I am no fan of the Iowa caucuses. I like Iowa. I’ve been there many times. But the caucuses have turned into something like a permanent subsidy for the political class of Iowa. What is supposed to be a democratic test of candidates in “real America” often morphs into a playground for savvy political consultants who’ve mastered a single skill: helping out-of-state politicians navigate their way around Iowa’s political landscape. As a result, the vast and bipartisan network of politicians, consultants, and activists unite to guard their food bowl. And that’s fine, or at least understandable. But they act as if there’s something in the Bible or the Constitution that says Iowa must go first. The Iowa caucuses’ first-in-the-nation status is second only to the government moonshine subsidy for ethanol (indeed, if the caucus didn’t exist, ethanol subsidies might not either). When I hear Iowa politicians talk about the sanctity of their front-runner status it sounds no different to me than listening to corrupt teachers’-union bosses talking about the sanctity of tenure; it’s just another interest group pretending that there is a great principle behind their own narrow self-interest.
And so I was very, very, disappointed in the Walker team for the decision to capitulate to the bullying efforts of the Iowa state GOP. The back story: The Walker team hired Liz Mair to run the campaign’s online operations. Back in January Mair had said some things that hurt the feelings of the Iowa GOP. From the Hill:
The controversy that engulfed her was focused primarily upon tweets that she sent during the Iowa Freedom Forum in January, an event where Walker was seen to have shone.
At one point, she tweeted, “In other news, I see Iowa is once again embarrassing itself, and the GOP, this morning. Thanks, guys.”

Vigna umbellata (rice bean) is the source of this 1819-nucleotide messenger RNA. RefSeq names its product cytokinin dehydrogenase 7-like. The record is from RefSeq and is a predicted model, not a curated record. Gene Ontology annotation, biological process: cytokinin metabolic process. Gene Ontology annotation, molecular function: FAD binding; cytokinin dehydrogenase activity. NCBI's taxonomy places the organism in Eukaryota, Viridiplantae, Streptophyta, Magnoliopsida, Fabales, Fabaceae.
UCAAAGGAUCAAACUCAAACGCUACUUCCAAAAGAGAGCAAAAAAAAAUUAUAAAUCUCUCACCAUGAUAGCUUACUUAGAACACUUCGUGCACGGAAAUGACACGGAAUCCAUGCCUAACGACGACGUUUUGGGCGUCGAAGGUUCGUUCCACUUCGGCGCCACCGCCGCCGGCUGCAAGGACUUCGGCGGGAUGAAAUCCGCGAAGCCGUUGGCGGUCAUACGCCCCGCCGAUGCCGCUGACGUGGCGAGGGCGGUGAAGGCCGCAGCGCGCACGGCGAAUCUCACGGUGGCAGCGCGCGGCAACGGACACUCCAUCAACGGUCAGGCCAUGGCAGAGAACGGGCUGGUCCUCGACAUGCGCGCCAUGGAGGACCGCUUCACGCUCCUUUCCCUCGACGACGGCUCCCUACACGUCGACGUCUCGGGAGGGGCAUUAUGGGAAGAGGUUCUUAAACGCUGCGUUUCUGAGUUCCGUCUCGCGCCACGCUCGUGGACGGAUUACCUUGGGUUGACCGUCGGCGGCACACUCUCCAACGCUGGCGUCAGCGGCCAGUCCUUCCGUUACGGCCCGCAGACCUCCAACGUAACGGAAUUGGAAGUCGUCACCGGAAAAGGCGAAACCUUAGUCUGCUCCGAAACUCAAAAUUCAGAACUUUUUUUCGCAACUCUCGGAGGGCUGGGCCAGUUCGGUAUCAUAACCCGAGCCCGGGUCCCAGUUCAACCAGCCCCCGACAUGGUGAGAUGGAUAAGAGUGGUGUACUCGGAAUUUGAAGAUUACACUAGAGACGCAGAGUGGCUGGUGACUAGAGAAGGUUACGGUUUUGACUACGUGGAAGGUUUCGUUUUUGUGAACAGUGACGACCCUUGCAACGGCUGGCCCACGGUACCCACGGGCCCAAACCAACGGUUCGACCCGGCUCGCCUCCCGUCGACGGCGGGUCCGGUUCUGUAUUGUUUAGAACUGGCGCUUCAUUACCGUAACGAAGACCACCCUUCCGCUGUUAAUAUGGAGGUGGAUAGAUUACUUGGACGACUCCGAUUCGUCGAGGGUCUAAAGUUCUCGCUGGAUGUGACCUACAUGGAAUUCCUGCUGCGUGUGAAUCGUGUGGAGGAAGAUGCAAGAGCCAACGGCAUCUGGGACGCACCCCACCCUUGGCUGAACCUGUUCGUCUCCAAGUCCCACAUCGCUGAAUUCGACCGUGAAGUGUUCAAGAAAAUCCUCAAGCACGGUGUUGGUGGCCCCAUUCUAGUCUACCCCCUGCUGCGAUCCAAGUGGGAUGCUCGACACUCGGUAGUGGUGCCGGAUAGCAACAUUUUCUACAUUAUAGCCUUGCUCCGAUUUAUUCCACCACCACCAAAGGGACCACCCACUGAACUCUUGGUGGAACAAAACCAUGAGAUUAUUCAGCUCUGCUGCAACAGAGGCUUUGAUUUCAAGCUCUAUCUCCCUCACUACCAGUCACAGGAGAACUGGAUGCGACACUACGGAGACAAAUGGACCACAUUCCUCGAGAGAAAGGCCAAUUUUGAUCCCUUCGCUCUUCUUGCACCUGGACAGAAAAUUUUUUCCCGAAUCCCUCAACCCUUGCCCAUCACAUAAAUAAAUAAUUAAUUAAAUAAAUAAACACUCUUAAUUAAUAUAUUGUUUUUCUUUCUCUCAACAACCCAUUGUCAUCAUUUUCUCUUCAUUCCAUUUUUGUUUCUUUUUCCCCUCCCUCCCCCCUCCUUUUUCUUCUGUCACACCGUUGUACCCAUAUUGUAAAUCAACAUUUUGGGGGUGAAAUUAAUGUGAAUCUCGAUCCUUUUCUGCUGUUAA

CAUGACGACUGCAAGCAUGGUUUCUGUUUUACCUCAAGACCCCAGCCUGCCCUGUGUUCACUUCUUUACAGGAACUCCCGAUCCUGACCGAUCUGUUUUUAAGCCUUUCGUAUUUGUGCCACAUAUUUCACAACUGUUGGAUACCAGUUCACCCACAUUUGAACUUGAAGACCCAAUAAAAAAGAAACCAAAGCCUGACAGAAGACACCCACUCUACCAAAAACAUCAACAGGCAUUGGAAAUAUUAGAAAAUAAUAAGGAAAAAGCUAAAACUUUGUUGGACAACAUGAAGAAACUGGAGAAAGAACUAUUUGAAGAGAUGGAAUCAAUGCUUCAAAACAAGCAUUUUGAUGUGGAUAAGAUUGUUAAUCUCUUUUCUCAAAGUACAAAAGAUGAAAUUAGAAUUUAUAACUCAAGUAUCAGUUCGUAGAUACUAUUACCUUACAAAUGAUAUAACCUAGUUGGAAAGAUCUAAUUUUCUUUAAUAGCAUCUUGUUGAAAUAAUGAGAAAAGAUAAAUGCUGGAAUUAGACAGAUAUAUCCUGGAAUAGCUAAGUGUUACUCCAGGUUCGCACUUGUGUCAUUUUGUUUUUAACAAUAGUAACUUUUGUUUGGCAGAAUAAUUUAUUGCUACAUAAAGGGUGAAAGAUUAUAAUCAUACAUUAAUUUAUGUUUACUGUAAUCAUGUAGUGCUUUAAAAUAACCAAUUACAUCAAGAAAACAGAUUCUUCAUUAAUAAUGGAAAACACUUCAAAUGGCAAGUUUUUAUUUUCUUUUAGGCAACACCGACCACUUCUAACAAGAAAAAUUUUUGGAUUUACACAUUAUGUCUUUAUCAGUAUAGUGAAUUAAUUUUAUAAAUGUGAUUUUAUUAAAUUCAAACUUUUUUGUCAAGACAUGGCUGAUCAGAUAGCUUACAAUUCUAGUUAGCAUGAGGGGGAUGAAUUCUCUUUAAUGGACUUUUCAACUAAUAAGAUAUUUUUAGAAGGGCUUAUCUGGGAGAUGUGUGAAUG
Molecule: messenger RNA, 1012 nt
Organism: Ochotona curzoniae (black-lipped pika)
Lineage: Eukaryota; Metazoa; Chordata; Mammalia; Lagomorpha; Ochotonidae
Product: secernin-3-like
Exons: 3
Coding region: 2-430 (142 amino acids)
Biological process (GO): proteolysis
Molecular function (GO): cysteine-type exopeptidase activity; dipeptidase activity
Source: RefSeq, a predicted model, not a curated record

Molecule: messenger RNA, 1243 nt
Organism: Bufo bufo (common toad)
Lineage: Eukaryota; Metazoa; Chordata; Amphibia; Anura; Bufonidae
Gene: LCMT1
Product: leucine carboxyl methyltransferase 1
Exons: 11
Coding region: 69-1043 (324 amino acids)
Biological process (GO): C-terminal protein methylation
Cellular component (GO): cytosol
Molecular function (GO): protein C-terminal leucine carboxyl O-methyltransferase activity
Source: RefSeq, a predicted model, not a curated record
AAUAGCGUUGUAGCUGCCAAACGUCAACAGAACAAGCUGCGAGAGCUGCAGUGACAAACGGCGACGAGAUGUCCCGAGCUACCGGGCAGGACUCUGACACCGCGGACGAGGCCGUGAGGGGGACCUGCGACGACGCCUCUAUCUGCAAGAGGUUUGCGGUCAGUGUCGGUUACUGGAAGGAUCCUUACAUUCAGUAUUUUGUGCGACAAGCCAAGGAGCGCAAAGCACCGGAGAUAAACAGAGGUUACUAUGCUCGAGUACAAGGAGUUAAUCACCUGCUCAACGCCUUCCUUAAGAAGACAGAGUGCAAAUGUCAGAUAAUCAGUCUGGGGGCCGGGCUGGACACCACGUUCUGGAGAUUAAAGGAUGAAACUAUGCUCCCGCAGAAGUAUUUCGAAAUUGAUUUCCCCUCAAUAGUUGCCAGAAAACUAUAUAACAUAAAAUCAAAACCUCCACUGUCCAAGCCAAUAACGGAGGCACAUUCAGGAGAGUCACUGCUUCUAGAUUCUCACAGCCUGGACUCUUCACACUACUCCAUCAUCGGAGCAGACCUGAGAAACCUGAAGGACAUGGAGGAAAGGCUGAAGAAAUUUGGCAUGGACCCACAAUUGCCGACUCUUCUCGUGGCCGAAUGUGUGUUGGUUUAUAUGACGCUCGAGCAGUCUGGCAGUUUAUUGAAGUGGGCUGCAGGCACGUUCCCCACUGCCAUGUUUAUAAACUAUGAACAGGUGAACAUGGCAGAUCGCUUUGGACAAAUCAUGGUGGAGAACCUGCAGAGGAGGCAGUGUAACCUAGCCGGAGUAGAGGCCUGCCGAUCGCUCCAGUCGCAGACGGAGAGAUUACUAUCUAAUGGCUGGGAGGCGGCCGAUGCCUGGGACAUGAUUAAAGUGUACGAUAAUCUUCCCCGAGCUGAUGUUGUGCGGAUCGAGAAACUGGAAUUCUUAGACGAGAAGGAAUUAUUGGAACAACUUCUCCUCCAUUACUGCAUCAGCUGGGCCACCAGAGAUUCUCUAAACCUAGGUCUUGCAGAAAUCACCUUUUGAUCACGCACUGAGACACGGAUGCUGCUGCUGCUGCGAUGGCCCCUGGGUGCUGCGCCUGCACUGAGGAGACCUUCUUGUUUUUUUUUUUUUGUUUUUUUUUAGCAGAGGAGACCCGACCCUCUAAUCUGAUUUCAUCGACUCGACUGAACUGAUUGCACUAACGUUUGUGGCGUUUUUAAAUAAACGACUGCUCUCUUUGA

Shortly afterward she added, also on Twitter, “The sooner we remove Iowa’s frontrunning status, the better off American politics and policy will be.”
Mair’s views of Iowa appalled GOP activists in the state, which holds the first contest in the presidential nominating calendar.
A co-chairman of the state GOP, Cody Hoefert, told the New York Times that he found the remarks, which also included criticisms of ethanol subsidies beloved by Iowa farmers, “disgusting and repulsive.”
Disgusting and repulsive. Also, pretty much accurate.
Erick Erickson writes:
UPDATE: I see from the Associated Press that Liz Mair has resigned from Governor Walker’s campaign. Given Liz’s work history, I will put it to you this way — Team Walker has botched this. There’s just no way Liz Mair resigned with it being her idea. I haven’t talked to her yet, but there’s just no way. So instead of Walker owning this, he’s passed the ball and made a staffer off herself. That’s unfortunate and plays into the “not ready for prime time” theme already developing around Team Walker. At least it is early.
This strikes me as exactly right. Walker talks a big game about standing up to labor unions and the left — and rightly so. His record as governor is nothing short of heroic. He even suggested that his record of standing up to the left at home suggests the kind of leadership he’d show in the fight against ISIS. He phrased it poorly, but the point he was trying to make was that he can’t be intimidated.
Well, maybe. I don’t know Mair very well. But if Erickson is right, and I’d bet he is, then Mair was asked to fall on her sword. Even if she wasn’t asked but volunteered, the point remains that Walker accepted her resignation because a bunch of party apparatchiks in Iowa are terrified of any dissent over their gravy train.
If Walker is the guy I hope he is (I’ve been a booster), he won’t just have to take on his enemies, he’ll have to take on his friends, too (something Cruz, Paul and even Jeb can claim to have done). Isn’t that the point of the anti-establishment movement on the right? That reform starts with reforming how we run our own affairs? Well if there’s a more obvious hive of cronyism in the GOP than the Iowa ethanol racket, I’d like to hear about it.
I get that Walker needs to win Iowa and that staffers aren’t more important than the candidate. But principles are. If Walker didn’t want a critic of the Iowa caucuses on his payroll he shouldn’t have hired one. But he did. And throwing her under the bus for this, suggests not only that he’s got some problems getting ready for prime time, it also suggests he can get rolled by the Iowa GOP establishment. What happens when he gets to Washington?